Changing Your Overhead Press

press


Article written by Marshall White
Recently Pastor B posted a video of me performing a strict press on an axle bar.  In the video the bar starts at about my chin level and never goes below my chin.  I’ve had quite a few questions as to why I use such a limited range of motion when strict pressing, and yes I gladly admit I’m using less than full range of motion.  Before I get in to my explanation as to why I train my press this way I want to explain that for YEARS I was a shitty presser! I experimented with almost every method to try and get my press to go up and seems as though I was stuck on a plateau for years and years.  3 years in a row I pressed a 340lb log at Americas Strongest Man, so basically 3 years with no gain in my press.  The reason I mention this is to explain that I have not always been a good overhead presser, it has taken me a crazy amount of work and experimentation to get to where I’m currently at and the things I suggest are what I have found bust plateaus for me.  I share them because the hope is they will work for you as well.

Back to business, I train my overhead press in 3 different major movements; strict press, push press and finally jerk.  Obviously the reason I do this it to attempt to FULLY develop the press to get it as big as possible.  One area that I feel tons of athletes neglect, and I’m guilty of this as well is the strict press.  Typically an athlete can’t handle anywhere near their push press and jerk weights in a strict fashion so this is discouraging,in addition one of the most common complaints I hear from my athletes is that strict press causes them a lot of discomfort and they seem to experience more shoulder and chest injuries when strict pressing.  While these injuries are small they do cause minor set backs in their progress.  Having done a lot of strict pressing I agree with these statements.  Always being on a quest to improve my strength I realize how absolutely vital and important strict pressing is so I set out to try and figure out how to overcome these hurdles in order to fully benefit from strict pressing.



At the suggestion of a very good friend I went in to the gym one day and performed an experiment.  I loaded up a bar with over 500lbs put it in my front rack position and just using leg drive I was able to get the weight to get as high as my nose! This led me to believe that due to the tremendous amount of squatting, Olympic lifting and various other explosive training I always do the strength of my leg drive was more than adequate, it also showed me that it was most likely not necessary to train the strict press with a full range of motion.  So I set out to put this in to action.  I trained the strict press with a limited range of motion (never going much below my chin) and I was amazed at the results.  I found training the strict press like this did 2 things: 1: it allowed me to overload my strict press since I wasn’t using a full range of motion, obviously using bigger weights made my shoulders and triceps much stronger. 2. I stopped experiencing those little nagging shoulder injuries that I had dealt with for so long!!  I also saw a few other benefits that I didn’t expect,my rear delts experienced a ton of growth,I believe due to the stabilization that is required to hold the weight at chin level rather than letting it rest in the rack position.  I also started seeing more explosion in my pressing because rather than just dropping it to my shoulders to rack the bar I had to reverse the downward momentum at chin level.  The final thing I noticed was my forearms got way bigger and stronger, again because I am holding a bar at chin level rather than resting it in the rack position it forces my forearms to work even harder.  As my forearms got bigger and stronger I started seeing improvements in things like my bench, my farmer carries and even movements like pull ups!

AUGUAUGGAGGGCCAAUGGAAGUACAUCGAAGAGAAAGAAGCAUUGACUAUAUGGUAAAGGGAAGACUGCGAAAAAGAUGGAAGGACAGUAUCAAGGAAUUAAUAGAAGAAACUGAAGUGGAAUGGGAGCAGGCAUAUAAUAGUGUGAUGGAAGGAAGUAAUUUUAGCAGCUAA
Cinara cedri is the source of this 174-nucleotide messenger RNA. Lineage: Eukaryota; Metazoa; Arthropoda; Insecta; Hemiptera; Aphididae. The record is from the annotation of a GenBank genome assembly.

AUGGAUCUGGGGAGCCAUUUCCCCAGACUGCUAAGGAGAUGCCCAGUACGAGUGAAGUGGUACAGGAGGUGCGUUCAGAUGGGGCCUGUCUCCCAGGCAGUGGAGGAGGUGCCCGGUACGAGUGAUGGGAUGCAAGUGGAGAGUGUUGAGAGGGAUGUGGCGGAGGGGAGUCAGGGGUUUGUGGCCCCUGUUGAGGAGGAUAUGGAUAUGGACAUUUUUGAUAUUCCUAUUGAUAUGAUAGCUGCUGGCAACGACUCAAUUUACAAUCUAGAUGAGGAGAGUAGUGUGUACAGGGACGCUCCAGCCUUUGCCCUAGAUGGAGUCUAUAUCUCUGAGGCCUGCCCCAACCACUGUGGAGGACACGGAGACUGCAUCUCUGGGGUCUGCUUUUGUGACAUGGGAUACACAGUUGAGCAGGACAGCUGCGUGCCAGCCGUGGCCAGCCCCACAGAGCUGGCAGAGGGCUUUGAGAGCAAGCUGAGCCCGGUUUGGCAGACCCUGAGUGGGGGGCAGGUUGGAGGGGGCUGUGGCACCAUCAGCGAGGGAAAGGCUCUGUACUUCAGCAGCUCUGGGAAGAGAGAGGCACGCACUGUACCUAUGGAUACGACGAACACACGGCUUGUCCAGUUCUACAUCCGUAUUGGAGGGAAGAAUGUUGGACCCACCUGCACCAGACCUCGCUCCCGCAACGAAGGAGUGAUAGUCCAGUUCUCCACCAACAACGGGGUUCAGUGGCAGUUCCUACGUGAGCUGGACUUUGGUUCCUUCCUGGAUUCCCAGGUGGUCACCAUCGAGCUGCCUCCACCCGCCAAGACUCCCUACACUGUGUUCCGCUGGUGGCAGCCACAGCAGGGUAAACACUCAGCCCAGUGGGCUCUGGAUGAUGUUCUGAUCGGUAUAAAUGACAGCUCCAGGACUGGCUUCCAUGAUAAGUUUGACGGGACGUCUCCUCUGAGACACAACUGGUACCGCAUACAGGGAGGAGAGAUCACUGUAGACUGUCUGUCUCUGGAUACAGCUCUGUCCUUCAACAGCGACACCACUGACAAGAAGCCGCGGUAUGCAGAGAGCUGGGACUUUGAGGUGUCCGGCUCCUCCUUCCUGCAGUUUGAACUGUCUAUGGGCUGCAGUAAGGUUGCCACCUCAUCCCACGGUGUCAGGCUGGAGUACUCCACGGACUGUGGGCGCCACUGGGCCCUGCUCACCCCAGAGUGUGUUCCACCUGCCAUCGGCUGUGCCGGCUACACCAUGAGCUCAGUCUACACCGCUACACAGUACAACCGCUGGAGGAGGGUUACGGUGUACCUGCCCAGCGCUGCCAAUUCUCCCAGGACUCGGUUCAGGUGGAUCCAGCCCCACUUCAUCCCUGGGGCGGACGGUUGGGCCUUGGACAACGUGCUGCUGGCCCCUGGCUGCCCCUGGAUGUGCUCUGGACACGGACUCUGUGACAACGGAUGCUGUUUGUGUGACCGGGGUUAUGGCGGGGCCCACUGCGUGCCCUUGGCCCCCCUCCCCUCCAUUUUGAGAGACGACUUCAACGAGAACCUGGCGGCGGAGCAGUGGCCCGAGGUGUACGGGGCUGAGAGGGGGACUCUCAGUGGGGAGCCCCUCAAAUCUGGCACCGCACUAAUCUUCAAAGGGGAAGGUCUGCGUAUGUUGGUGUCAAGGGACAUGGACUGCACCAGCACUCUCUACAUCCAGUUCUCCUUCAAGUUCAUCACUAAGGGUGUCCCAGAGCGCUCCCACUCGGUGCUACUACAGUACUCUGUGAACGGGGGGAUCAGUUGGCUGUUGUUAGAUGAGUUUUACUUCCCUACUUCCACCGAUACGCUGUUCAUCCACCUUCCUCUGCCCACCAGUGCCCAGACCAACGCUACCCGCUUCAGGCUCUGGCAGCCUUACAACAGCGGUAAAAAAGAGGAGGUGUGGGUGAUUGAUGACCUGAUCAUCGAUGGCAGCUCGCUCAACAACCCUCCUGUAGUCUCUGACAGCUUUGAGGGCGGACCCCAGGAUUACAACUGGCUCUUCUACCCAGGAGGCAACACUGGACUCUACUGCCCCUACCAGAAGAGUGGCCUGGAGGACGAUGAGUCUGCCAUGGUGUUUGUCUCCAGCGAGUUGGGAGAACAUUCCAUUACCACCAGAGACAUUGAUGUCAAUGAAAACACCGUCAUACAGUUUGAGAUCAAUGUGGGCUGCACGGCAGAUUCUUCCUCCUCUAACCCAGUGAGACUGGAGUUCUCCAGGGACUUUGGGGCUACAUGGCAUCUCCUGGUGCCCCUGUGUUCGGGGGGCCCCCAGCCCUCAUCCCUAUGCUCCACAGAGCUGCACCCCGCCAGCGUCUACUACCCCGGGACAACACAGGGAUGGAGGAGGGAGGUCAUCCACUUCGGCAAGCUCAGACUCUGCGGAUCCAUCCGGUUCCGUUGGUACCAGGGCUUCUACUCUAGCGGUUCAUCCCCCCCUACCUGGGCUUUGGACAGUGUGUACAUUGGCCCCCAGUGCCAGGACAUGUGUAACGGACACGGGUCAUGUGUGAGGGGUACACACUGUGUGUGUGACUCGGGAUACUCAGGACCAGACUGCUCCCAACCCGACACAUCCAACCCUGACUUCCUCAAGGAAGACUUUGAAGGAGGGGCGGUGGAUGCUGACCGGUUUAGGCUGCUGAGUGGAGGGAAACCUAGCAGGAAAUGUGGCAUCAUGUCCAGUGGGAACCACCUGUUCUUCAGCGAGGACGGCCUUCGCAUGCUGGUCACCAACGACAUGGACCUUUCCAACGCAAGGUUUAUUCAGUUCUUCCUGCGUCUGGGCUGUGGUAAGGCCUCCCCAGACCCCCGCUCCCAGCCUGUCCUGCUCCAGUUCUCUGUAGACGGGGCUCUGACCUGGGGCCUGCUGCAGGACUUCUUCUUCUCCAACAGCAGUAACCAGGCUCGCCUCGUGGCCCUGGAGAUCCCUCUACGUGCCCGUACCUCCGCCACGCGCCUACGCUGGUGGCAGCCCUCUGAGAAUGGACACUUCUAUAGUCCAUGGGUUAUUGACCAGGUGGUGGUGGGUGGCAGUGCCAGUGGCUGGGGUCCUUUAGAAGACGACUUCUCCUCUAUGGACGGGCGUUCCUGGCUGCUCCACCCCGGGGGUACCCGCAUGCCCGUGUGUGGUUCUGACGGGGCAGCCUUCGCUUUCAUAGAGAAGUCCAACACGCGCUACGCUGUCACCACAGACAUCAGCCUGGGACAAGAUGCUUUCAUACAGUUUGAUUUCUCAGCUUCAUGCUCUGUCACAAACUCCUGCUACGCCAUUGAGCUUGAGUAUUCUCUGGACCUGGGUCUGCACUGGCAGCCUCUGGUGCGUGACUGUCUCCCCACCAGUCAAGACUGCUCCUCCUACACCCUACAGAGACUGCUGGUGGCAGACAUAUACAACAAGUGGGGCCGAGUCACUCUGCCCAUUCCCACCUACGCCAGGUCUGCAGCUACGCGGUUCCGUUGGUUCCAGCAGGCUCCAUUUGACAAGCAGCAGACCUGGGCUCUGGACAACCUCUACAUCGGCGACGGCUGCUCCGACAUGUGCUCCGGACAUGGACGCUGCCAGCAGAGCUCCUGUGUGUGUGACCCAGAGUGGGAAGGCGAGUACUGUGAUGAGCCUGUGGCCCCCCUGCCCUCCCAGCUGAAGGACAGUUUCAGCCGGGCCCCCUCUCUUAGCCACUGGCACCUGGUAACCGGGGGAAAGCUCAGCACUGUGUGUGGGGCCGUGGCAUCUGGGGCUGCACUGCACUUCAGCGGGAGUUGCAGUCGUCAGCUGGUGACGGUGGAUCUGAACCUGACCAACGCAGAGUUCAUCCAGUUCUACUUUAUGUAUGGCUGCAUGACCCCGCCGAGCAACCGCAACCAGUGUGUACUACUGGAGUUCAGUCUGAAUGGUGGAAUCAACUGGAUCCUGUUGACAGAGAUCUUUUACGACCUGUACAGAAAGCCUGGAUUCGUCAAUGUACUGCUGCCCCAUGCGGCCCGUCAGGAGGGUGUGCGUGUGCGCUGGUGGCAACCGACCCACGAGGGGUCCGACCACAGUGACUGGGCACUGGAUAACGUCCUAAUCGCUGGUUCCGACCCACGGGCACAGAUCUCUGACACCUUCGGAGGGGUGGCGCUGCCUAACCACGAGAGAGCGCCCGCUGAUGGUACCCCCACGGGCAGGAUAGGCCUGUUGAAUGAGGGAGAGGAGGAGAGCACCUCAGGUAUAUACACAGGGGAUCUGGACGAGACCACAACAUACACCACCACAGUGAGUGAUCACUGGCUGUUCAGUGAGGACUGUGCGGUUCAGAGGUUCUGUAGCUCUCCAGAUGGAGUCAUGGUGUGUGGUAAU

When I implemented this style of strict pressing I saw an EXPLOSION in my pressing! In the 3 month cycle leading up to Americas Strongest Man I implemented this into my pressing program and at the contest I hit a 390lb log, that’s a 50lb PR after being flat out stuck at a weight for 3 long frustrating years. I was sold on this method.  This type of strict pressing is now a staple of my training and I am still seeing gains in my pressing.  As with a lot of things I write I know I will catch a lot of shit for this and some will say its “bro science”, but the fact is this is what’s worked for me.  Some times you just gotta say “f*#k it” and go with what works rather than what’s supposed to work, after all I want to be the strongest man in the world, not the “guy who did exactly what was supposed to work and isn’t quite as strong as he could’ve been.”

  • Anonymous

    Good write-up. Having dealt with shoulder tweaks due to pressing for a few years, I’m going to give this a shot.

    Thanks!

  • http://www.blogger.com/profile/04493123424195804149 Chuck

    interesting timing. i just had a similar revelation. i can get the weight above my head but my lockout is poor. i am gonna be adding a ton of overhead lockouts into my training to hopefully increase my numbers. i will also try what you’ve described.

  • http://www.blogger.com/profile/16387412359691810782 Steve Jackson

    Thanks for this! Can you add anything for behind the neck work? I’m sure questionable mechanics are involved, but I too seem to have a recurring tweak in my upper rhomboids/lower traps area that radiates to the shoulder that flares with overhead work.

  • http://www.blogger.com/profile/13176780165091031966 Robert Stubenhofer

    I need a great “Compound Exercises” workout, not a fancy workout, I’ve recently gotten over a back issue and need to start on the iron again!